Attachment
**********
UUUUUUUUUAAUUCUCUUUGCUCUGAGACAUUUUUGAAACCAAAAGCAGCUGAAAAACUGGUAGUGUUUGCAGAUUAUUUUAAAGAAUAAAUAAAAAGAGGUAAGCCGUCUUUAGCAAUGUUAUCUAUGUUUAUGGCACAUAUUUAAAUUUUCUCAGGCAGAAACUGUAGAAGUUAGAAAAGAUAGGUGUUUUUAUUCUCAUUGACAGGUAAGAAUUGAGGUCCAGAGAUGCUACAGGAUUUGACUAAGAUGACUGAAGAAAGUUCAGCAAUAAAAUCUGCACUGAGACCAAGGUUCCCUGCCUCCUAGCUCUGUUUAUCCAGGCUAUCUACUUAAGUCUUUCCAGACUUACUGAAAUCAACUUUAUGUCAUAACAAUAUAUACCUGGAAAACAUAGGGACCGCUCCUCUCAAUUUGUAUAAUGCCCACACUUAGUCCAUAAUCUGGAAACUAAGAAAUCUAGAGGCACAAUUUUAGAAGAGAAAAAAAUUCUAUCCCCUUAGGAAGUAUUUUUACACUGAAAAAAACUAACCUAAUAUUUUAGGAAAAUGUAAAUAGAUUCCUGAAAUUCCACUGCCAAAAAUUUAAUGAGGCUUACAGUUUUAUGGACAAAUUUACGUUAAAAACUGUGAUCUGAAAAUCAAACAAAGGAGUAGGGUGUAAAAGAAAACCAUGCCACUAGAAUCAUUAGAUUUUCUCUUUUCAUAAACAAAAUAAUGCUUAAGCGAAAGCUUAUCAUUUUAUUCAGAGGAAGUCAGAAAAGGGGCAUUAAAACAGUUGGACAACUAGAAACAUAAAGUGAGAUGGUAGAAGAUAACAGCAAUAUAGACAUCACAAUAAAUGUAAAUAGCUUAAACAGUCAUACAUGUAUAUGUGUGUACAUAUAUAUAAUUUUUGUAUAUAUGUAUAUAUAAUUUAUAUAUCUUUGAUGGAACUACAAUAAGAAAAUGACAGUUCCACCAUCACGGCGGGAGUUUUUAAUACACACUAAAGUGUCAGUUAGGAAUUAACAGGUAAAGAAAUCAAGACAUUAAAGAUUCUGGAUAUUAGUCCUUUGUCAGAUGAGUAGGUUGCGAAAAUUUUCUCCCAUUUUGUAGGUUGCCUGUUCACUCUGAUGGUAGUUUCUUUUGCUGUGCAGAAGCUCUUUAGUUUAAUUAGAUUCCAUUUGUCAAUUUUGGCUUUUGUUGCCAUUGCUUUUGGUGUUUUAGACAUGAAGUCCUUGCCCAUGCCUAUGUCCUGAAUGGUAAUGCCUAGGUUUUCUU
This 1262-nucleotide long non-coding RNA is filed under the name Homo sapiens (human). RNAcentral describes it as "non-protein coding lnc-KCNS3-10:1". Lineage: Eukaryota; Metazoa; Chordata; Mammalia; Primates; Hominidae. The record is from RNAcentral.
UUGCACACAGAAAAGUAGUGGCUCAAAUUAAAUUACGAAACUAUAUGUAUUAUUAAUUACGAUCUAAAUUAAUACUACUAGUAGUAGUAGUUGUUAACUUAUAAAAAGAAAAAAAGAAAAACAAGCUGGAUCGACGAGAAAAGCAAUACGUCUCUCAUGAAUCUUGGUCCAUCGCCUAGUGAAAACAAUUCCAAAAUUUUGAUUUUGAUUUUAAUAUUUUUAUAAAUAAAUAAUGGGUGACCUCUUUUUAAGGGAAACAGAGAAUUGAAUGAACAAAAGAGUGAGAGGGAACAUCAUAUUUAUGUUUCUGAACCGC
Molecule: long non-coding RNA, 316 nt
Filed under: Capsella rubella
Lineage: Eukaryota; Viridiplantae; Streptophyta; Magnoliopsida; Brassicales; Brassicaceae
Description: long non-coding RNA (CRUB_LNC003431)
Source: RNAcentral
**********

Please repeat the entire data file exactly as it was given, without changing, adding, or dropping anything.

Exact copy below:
UUUUUUUUUAAUUCUCUUUGCUCUGAGACAUUUUUGAAACCAAAAGCAGCUGAAAAACUGGUAGUGUUUGCAGAUUAUUUUAAAGAAUAAAUAAAAAGAGGUAAGCCGUCUUUAGCAAUGUUAUCUAUGUUUAUGGCACAUAUUUAAAUUUUCUCAGGCAGAAACUGUAGAAGUUAGAAAAGAUAGGUGUUUUUAUUCUCAUUGACAGGUAAGAAUUGAGGUCCAGAGAUGCUACAGGAUUUGACUAAGAUGACUGAAGAAAGUUCAGCAAUAAAAUCUGCACUGAGACCAAGGUUCCCUGCCUCCUAGCUCUGUUUAUCCAGGCUAUCUACUUAAGUCUUUCCAGACUUACUGAAAUCAACUUUAUGUCAUAACAAUAUAUACCUGGAAAACAUAGGGACCGCUCCUCUCAAUUUGUAUAAUGCCCACACUUAGUCCAUAAUCUGGAAACUAAGAAAUCUAGAGGCACAAUUUUAGAAGAGAAAAAAAUUCUAUCCCCUUAGGAAGUAUUUUUACACUGAAAAAAACUAACCUAAUAUUUUAGGAAAAUGUAAAUAGAUUCCUGAAAUUCCACUGCCAAAAAUUUAAUGAGGCUUACAGUUUUAUGGACAAAUUUACGUUAAAAACUGUGAUCUGAAAAUCAAACAAAGGAGUAGGGUGUAAAAGAAAACCAUGCCACUAGAAUCAUUAGAUUUUCUCUUUUCAUAAACAAAAUAAUGCUUAAGCGAAAGCUUAUCAUUUUAUUCAGAGGAAGUCAGAAAAGGGGCAUUAAAACAGUUGGACAACUAGAAACAUAAAGUGAGAUGGUAGAAGAUAACAGCAAUAUAGACAUCACAAUAAAUGUAAAUAGCUUAAACAGUCAUACAUGUAUAUGUGUGUACAUAUAUAUAAUUUUUGUAUAUAUGUAUAUAUAAUUUAUAUAUCUUUGAUGGAACUACAAUAAGAAAAUGACAGUUCCACCAUCACGGCGGGAGUUUUUAAUACACACUAAAGUGUCAGUUAGGAAUUAACAGGUAAAGAAAUCAAGACAUUAAAGAUUCUGGAUAUUAGUCCUUUGUCAGAUGAGUAGGUUGCGAAAAUUUUCUCCCAUUUUGUAGGUUGCCUGUUCACUCUGAUGGUAGUUUCUUUUGCUGUGCAGAAGCUCUUUAGUUUAAUUAGAUUCCAUUUGUCAAUUUUGGCUUUUGUUGCCAUUGCUUUUGGUGUUUUAGACAUGAAGUCCUUGCCCAUGCCUAUGUCCUGAAUGGUAAUGCCUAGGUUUUCUU
This 1262-nucleotide long non-coding RNA is filed under the name Homo sapiens (human). RNAcentral describes it as "non-protein coding lnc-KCNS3-10:1". Lineage: Eukaryota; Metazoa; Chordata; Mammalia; Primates; Hominidae. The record is from RNAcentral.
UUGCACACAGAAAAGUAGUGGCUCAAAUUAAAUUACGAAACUAUAUGUAUUAUUAAUUACGAUCUAAAUUAAUACUACUAGUAGUAGUAGUUGUUAACUUAUAAAAAGAAAAAAAGAAAAACAAGCUGGAUCGACGAGAAAAGCAAUACGUCUCUCAUGAAUCUUGGUCCAUCGCCUAGUGAAAACAAUUCCAAAAUUUUGAUUUUGAUUUUAAUAUUUUUAUAAAUAAAUAAUGGGUGACCUCUUUUUAAGGGAAACAGAGAAUUGAAUGAACAAAAGAGUGAGAGGGAACAUCAUAUUUAUGUUUCUGAACCGC
Molecule: long non-coding RNA, 316 nt
Filed under: Capsella rubella
Lineage: Eukaryota; Viridiplantae; Streptophyta; Magnoliopsida; Brassicales; Brassicaceae
Description: long non-coding RNA (CRUB_LNC003431)
Source: RNAcentral